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Down and Out in Paris and London is a memoir by George Orwell, first published in 1933. It is a two part book that discusses the poverty Orwell saw in the two cities, and was his first full length work. The first part is an account of the author's experience of living in destitution in Paris, and working as a casual labourer in restaurant kitchens. The second part is Orwell's account of life on the road as a homeless person in London, with descriptions of hostels, and the characters he meets. In an admission that there are parts of the book which may have been exaggerated, Orwell, writing in 'The Road to Wigan Pier' said that 'nearly all the incidents described there actually happened, though they have been re-arranged.' The first version of the book which only included the chapters on Paris, was to be called 'A Scullion's Diary'. Having this version rejected, Orwell, a year later, offered up the book again, this time with the London chapters added. However, this was also rejected. When it finally got accepted by Victor Gollancz, the name 'George Orwell' was chosen by Eric Blair (Orwell's real name) as the one he would use on this book, and on all of his major works in the future. Other names under consideration were, P.S. Burton, Kenneth Miles, and, H. Lewis Allways.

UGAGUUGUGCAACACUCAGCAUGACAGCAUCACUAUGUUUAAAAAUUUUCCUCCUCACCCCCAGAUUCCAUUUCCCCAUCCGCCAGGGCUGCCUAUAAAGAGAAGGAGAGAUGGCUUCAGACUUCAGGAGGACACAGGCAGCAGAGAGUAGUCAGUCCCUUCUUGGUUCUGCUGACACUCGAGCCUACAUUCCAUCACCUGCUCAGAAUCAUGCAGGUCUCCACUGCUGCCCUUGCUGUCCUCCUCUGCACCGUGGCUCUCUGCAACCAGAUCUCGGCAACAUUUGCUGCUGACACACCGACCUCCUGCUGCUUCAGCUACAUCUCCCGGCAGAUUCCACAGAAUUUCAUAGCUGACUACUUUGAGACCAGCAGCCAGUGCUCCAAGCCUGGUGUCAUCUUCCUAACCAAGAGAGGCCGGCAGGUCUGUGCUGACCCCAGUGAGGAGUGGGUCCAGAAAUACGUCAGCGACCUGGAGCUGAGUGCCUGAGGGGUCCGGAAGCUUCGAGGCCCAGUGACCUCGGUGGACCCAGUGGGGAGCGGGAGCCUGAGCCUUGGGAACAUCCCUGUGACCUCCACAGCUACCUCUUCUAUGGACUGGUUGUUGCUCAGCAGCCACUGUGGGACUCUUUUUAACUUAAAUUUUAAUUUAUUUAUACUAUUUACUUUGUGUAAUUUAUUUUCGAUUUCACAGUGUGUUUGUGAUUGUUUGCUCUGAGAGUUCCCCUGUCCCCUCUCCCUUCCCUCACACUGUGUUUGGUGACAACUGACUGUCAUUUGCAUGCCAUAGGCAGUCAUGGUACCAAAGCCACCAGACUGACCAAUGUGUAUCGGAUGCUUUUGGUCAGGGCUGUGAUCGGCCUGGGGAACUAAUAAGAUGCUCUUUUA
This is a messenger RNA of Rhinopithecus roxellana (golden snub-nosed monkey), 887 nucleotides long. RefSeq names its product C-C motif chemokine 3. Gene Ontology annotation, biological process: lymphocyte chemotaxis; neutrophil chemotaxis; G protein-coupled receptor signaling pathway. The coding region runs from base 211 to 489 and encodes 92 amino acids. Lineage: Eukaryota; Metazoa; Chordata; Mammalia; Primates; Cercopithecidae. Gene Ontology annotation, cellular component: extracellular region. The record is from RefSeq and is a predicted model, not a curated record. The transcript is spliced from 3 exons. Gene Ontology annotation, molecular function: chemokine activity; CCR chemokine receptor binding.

This book has 67,202 words, 116 pages in the PDF version, and was originally published in 1933.
Production notes: This ebook of Down and Out in Paris and London was published by Global Grey on the 31st January 2021, and updated on the 17th September 2023. The artwork used for the cover is 'Busy street in London' by Narcisse Guilbert.
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